The world is coming to an end… and this time, I’m not kidding

By John Silveira Issue #114 • November/December, 2008 If you haven't already heard, on September 10, 2008, the Large Hadron Collider (LHC), located on the border of France and Switzerland, was turned on for a test...

A doomsday scenario to sleep on

By John Silveira Issue #109 • January/February, 2008 I once wrote a science fiction novel that I never tried to sell. Titled The Perfect Defense, its first chapter appeared in the premier issue of BHM in...

The coming ice age

By John Silveira Issue #139 • January/February, 2013 I'm putting my apocalyptic ice age novel, Danielle Kidnapped, on Amazon's Kindle and also producing a paperback version on Amazon's website. (See the ad on page 65.) The...

A brief history of health and medicine

By John Silveira Issue #100 • July/August, 2006 As little as a century ago, the average life span in the United States was 49 years. Today it is 77. Fifty years ago, the average life span...

Gee-Whiz: Sleep

By O.E. MacDougal November/December 2017, Backwoods Home For thousands of years, sleep has been one of life’s great mysteries. As humans, we spend about one-third of our lives sleeping, though as babies we spent about 16...

The world is ending! … Again?

By John Silveira Issue #85 • January/February, 2004 People love to talk about scary stuff. Especially when it's end-of-the-world scary, such as the big asteroid recently in the news that was supposed to hit Earth and...

The ‘risks’ with Swine Flu

By John Silveira Issue #118 • July/August, 2009 Do we have anything to worry about the reemergence of Swine Flu — Novel Influenza A (H1N1) — this fall? The short answer is: Probably not. There are...

Gee-Whiz: Ice Ages, Past and Future

By O. E. MacDougal January/February 2016, Backwoods Home Most people don’t know that we’re currently in an ice age and have been for the last 2.58 million years. It’s called the Quaternary Ice Age. Again and...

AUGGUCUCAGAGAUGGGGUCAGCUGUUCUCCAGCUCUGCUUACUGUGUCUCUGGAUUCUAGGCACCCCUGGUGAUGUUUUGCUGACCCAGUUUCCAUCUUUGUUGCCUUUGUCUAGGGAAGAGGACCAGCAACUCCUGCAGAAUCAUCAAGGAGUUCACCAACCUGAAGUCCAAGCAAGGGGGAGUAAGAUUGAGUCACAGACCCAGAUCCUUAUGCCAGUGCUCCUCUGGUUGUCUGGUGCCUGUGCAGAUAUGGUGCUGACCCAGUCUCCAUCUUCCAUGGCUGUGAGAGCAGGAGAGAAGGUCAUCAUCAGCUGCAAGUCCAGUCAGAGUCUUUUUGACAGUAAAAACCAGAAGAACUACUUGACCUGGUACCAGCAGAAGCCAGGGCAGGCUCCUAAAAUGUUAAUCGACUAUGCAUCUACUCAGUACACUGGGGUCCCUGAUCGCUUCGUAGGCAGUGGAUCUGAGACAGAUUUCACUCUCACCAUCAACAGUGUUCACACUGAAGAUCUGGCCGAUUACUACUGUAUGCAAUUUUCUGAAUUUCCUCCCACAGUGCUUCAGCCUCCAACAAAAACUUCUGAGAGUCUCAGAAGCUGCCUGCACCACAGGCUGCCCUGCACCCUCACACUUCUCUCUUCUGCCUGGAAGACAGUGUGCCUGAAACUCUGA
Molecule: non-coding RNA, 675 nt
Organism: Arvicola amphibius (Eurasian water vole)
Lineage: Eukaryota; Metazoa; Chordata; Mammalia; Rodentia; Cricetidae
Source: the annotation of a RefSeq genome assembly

Science and truth. Are they related?

By John Silveira Issue #46 • July/August, 1997 It was an argument about science. Dave and I were on one side, Dave's friends Tom and Bill, though curiously nonallied, were on the other. I say nonallied...

Can we make a Tyrannosaurus rex from a chicken?

By John Silveira Issue #169 • January/February, 2018   Do you have chickens, ducks, turkeys, or geese in your yard? They’re not “just birds” because scientists now realize birds are dinosaurs. Real dinosaurs! For 150 million years,...

How big is the solar system?

By John Silveira Issue #60 • November/December, 1999 In artists' renderings of the solar system we often see the sun represented by a small sphere with the planets drawn fairly close by. In truth, drawings like...

Gee-Whiz: Coffee

By O.E. MacDougal May/June 2018, Backwoods Home Every second of every day about 26,000 cups of coffee are drunk around the world. That’s about 2¼ billion cups a day. But it’s still not the most widely...

The coming ice age

By John Silveira Issue #86 • March/April, 2004 As little as 30 years ago the talk wasn't about global warming, it was about an imminent ice age. Is an ice age likely? Even possible? Consider this:...

The many benefits of garlic

By Joe Knight Issue #113 • September/October, 2008 Garlic, used throughout the world for the taste it adds to foods, is also well known for its medicinal benefits. Known as Allium sativum in the botanical world,...

Gee-Whiz: From Paper to Canning

By John Silveira (aka O.E. MacDougal) May/June 2017 Backwoods Home The greatest inventions in history are the ones we now take for granted. Fire and the wheel-axle combination are among them. If we weren’t taught in...

The MTHFR mutation and why it may matter to you

By John Silveira Issue #170 • March/April, 2018 This is an article with both anecdotal evidence and science. It is about me, anxiety and depression, a gene mutation, and a 17-cent-a-day “treatment” that works (for me). All...